Under political pressure during the GFC governments were unsurprisingly reluctant to bail out bankers over fears it would be unpopular with voters, but the healthcare crisis brought about by COVID-19 holds no such problems.

On the contrary, the pandemic’s life-or-death crisis gives governments and central bankers every incentive and moral dispensation needed to launch unchecked, out of control, stimulus programs while taking cash rates to virtually zero to prevent another crash. Moreover, the lessons of the GFC to go hard and early have already been learned.


It’s the virtual zero interest rate policy (ZIRP) globally and stimulus money that has sent bitcoin and other cryptocurrencies into bubble-like valuations.

Younger less-sophisticated and less-experienced generations of investors have no incentive to leave cash in the bank given it’s now all but useless return wise as an asset class. So they’ve swapped central banks’ funny money for other useless asset classes rocketing up.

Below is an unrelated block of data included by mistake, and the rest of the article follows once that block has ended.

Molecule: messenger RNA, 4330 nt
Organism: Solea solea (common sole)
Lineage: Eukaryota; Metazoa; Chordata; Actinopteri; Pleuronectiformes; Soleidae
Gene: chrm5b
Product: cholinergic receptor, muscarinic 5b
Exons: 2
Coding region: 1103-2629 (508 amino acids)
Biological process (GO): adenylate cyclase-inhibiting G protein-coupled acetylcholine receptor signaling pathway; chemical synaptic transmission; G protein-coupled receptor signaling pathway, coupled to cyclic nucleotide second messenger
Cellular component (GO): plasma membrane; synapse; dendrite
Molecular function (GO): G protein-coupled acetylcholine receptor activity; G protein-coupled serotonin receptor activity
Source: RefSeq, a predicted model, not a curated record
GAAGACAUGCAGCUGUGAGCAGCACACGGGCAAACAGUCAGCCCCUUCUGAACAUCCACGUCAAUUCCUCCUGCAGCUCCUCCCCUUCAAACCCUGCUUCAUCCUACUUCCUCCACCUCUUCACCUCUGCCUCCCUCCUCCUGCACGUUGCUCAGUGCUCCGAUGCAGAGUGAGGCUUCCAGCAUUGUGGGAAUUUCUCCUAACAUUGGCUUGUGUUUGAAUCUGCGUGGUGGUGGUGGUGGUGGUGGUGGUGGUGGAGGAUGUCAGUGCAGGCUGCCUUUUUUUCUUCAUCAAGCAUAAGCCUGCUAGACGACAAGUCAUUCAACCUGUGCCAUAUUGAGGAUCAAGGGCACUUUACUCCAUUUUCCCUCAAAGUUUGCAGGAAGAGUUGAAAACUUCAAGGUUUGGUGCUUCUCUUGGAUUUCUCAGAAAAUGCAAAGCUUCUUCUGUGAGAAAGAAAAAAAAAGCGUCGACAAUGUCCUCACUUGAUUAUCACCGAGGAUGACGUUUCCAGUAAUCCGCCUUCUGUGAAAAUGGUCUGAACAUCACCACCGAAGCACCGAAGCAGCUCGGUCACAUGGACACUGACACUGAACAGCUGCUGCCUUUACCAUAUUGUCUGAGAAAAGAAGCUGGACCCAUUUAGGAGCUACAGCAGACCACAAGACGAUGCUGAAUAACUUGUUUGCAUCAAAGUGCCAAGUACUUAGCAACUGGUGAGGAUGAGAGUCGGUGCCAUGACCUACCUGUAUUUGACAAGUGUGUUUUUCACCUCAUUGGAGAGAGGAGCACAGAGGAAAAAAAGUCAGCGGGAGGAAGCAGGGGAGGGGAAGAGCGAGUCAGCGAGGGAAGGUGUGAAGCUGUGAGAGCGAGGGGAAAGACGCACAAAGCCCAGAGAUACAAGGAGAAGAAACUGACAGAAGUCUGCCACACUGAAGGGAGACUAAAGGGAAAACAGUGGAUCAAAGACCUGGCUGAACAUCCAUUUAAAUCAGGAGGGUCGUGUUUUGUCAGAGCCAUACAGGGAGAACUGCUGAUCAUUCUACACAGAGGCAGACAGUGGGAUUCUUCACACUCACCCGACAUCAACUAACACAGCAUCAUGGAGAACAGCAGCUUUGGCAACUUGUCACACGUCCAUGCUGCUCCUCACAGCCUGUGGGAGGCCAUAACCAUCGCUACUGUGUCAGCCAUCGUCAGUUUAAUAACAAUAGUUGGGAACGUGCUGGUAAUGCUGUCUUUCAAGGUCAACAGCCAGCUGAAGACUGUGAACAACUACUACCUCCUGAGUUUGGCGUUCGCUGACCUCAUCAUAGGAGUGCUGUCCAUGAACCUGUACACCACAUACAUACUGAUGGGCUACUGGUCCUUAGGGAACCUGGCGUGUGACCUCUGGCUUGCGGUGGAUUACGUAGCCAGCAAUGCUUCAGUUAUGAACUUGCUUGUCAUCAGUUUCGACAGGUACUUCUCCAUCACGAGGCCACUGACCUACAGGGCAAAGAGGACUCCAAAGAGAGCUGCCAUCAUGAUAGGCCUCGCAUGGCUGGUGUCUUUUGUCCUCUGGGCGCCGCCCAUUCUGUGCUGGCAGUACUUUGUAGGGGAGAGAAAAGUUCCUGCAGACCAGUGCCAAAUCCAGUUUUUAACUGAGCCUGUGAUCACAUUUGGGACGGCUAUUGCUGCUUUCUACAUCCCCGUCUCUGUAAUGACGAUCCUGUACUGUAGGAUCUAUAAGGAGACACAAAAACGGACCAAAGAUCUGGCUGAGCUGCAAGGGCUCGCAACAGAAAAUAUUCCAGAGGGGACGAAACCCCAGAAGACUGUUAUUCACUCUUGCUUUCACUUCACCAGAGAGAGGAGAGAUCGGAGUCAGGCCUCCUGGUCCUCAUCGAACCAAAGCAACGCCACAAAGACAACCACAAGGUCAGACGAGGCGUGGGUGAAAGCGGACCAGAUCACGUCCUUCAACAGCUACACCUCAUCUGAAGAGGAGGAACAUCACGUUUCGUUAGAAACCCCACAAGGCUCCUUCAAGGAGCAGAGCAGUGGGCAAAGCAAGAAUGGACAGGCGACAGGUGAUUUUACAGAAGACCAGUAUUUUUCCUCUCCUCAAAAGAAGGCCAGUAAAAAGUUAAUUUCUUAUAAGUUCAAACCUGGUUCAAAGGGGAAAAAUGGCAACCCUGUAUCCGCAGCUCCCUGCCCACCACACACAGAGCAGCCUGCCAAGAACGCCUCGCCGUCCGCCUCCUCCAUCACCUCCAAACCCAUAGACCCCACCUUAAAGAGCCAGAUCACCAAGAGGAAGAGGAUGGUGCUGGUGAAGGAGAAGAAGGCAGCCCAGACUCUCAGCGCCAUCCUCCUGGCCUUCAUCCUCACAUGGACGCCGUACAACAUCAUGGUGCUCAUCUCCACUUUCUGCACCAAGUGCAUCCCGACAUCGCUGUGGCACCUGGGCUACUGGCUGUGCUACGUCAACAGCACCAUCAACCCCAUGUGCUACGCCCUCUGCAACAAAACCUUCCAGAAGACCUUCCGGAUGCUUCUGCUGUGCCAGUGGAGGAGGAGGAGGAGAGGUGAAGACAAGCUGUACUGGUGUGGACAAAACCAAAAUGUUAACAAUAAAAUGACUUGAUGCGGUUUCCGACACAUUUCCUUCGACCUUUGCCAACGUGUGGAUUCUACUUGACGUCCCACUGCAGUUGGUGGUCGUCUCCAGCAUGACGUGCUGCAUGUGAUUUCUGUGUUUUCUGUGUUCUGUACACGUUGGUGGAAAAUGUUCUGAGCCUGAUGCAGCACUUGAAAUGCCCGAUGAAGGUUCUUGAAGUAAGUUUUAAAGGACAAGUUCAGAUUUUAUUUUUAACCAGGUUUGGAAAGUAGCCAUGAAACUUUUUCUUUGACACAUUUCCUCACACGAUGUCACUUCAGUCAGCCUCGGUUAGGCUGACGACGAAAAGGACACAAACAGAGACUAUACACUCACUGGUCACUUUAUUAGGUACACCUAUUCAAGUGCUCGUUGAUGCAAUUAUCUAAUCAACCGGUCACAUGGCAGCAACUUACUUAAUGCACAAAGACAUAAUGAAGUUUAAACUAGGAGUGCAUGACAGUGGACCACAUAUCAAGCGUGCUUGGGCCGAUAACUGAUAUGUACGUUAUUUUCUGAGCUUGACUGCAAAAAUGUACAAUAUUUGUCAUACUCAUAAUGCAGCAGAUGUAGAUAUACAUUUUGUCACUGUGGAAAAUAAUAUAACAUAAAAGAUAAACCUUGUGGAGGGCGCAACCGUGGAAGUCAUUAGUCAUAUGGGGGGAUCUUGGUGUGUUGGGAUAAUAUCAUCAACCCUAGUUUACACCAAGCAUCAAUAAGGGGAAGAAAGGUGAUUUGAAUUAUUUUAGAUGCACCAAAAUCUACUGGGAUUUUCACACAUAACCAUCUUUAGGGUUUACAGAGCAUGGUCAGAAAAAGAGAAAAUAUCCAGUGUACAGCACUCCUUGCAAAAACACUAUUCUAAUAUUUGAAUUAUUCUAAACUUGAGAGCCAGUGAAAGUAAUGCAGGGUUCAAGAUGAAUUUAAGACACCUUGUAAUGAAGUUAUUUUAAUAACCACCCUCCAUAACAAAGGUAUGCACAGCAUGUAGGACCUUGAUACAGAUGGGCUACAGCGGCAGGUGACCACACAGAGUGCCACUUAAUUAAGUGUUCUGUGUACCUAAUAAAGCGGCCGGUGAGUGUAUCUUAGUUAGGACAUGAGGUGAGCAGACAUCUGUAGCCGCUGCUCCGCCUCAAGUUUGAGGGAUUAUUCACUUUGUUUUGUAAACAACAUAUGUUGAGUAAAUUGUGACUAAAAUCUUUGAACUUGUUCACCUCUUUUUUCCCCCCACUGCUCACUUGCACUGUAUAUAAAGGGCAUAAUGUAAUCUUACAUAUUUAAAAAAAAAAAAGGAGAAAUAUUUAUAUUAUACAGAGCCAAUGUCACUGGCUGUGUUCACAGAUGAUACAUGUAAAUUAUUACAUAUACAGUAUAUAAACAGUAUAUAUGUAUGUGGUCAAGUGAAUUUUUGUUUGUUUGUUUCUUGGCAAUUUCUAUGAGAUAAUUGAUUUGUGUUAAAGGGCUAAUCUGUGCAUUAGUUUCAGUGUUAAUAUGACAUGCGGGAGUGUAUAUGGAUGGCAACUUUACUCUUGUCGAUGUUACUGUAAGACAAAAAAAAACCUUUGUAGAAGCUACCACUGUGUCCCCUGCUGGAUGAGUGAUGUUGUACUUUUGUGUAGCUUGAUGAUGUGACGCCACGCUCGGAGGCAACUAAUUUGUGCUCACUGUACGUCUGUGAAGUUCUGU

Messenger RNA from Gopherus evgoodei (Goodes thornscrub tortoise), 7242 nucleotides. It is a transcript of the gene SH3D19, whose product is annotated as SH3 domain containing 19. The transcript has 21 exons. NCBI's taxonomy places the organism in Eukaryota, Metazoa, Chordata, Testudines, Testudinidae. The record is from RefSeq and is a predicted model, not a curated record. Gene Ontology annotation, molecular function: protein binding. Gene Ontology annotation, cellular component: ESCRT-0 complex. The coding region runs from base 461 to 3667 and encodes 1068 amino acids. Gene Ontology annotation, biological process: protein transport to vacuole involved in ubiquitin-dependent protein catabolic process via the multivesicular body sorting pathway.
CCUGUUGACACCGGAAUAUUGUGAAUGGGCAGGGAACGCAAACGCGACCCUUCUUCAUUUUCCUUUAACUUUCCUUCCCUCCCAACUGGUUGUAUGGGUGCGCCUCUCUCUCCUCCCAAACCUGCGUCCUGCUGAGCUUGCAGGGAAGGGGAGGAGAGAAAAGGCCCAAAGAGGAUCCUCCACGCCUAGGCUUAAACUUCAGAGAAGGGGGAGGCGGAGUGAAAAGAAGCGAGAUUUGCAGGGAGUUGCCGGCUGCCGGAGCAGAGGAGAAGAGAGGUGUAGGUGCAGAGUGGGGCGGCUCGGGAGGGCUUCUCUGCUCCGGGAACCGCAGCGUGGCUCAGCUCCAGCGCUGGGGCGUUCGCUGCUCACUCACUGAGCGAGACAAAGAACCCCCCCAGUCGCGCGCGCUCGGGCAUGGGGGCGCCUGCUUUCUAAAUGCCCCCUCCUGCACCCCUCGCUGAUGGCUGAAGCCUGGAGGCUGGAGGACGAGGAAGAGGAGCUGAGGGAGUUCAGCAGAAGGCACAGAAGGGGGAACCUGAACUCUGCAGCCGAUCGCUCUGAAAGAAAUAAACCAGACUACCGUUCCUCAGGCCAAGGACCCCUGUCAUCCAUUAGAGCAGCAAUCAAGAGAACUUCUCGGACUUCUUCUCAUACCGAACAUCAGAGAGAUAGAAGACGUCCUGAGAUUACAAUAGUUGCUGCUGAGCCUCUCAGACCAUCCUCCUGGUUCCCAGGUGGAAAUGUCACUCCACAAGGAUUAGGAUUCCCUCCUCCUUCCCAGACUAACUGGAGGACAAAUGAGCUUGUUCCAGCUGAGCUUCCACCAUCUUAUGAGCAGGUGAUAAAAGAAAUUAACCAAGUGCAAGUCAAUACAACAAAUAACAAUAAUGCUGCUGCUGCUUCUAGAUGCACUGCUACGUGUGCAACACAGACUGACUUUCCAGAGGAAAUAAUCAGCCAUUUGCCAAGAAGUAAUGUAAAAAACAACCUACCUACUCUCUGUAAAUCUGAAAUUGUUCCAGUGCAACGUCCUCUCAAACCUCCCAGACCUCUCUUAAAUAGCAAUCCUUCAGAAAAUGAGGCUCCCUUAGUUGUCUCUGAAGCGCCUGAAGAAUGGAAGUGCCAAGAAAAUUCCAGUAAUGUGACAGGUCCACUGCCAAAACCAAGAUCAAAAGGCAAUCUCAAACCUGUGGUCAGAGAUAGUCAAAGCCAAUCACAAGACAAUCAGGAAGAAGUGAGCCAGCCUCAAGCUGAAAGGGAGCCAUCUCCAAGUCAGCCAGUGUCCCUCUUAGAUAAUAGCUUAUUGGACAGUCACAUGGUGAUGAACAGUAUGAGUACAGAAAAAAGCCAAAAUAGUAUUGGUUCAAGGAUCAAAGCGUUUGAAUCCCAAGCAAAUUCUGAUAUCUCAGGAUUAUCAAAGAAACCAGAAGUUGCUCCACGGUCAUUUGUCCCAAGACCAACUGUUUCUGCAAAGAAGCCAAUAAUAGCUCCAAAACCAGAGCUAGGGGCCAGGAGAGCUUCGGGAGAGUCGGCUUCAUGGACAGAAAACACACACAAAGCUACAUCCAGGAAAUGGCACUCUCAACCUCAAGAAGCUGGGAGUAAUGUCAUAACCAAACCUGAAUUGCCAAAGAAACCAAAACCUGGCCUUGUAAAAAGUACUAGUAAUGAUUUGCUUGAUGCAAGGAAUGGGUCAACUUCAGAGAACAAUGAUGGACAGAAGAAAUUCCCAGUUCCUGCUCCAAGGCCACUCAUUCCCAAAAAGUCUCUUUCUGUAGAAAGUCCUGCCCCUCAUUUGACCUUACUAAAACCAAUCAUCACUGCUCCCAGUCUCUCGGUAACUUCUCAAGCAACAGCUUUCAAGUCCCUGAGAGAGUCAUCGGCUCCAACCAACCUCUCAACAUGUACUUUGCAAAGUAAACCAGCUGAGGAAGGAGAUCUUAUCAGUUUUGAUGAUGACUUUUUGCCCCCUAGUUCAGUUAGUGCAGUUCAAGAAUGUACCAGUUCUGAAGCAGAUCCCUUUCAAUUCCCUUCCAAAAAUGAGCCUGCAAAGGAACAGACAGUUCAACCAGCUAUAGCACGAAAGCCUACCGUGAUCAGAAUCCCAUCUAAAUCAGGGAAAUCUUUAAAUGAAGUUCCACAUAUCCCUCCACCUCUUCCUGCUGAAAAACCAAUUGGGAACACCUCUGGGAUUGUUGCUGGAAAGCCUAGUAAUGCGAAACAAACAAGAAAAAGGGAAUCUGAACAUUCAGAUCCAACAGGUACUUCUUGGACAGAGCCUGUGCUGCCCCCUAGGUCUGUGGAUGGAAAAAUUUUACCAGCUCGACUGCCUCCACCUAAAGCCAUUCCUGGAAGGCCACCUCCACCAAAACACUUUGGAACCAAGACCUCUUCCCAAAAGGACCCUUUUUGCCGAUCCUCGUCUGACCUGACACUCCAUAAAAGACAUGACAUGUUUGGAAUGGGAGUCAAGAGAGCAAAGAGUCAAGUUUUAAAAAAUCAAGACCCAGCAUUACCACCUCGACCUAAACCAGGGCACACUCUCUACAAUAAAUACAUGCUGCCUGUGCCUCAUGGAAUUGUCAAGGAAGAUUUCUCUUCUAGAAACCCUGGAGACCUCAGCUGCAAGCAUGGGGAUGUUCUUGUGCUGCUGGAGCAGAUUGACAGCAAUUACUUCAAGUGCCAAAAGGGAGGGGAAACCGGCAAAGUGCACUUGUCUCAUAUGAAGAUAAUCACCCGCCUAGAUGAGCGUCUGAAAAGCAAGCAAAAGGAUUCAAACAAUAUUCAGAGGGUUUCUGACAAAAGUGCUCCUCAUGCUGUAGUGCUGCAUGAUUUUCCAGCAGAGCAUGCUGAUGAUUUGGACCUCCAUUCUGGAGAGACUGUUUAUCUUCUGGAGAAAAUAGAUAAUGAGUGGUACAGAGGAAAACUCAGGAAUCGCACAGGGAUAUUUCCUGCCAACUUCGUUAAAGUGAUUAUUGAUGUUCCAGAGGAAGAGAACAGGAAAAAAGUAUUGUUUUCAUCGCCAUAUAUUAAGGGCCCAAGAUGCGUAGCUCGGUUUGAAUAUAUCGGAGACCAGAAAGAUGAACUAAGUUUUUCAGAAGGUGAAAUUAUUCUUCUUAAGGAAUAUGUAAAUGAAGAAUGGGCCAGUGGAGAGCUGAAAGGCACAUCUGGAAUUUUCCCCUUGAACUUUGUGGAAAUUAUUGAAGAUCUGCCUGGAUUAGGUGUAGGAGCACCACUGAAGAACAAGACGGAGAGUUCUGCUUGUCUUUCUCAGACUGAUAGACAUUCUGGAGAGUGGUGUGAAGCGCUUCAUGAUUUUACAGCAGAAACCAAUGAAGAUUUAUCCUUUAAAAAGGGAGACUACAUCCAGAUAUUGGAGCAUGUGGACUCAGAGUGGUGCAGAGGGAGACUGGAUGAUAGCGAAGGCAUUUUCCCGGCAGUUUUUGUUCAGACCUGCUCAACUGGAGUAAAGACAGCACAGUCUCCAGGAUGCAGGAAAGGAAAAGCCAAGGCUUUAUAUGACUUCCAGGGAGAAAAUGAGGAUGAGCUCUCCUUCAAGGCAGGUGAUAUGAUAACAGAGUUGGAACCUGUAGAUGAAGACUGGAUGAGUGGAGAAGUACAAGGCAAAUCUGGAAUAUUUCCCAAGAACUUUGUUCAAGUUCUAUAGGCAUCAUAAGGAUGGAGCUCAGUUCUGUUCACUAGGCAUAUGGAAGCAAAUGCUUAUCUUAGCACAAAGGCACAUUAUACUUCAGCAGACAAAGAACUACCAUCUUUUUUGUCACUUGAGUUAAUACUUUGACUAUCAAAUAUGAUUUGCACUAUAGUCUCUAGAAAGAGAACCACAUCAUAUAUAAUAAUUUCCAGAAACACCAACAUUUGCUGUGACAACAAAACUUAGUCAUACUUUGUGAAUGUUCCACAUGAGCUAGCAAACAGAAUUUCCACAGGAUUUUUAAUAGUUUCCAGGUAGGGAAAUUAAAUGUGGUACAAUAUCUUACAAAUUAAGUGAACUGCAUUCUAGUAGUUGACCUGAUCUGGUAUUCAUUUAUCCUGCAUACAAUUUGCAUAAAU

If risk-free returns on cash were closer to 5 or 6 per cent globally there’s little doubt bitcoin would still be a fringe asset widely regarded as worthless by amateurs and professional alike. But its ZIRP-powered ascent means the horse has now bolted – for regulators unprepared and in the dark – much as it did while investment banks piled up purufacating masses of toxic derivative books in the period up to the GFC.

The banks now face new moral hazards in whether to get involved earning fees on bitcoin and other cryptocurrencies in the knowledge it could all come crashing down again.

Questions of fiduciary duty also exist for chief executives tempted to follow provocateurs Elon Musk and Jack Dorsey in investing company funds in digital currencies backed by nothing other than leaps of faith.

There’s no putting the bitcoin genie back in the bottle now, with its conveniently apolitical and decentralised nature affording plenty of room for hand-washing if the ballooning systemic risk brings markets crashing down again.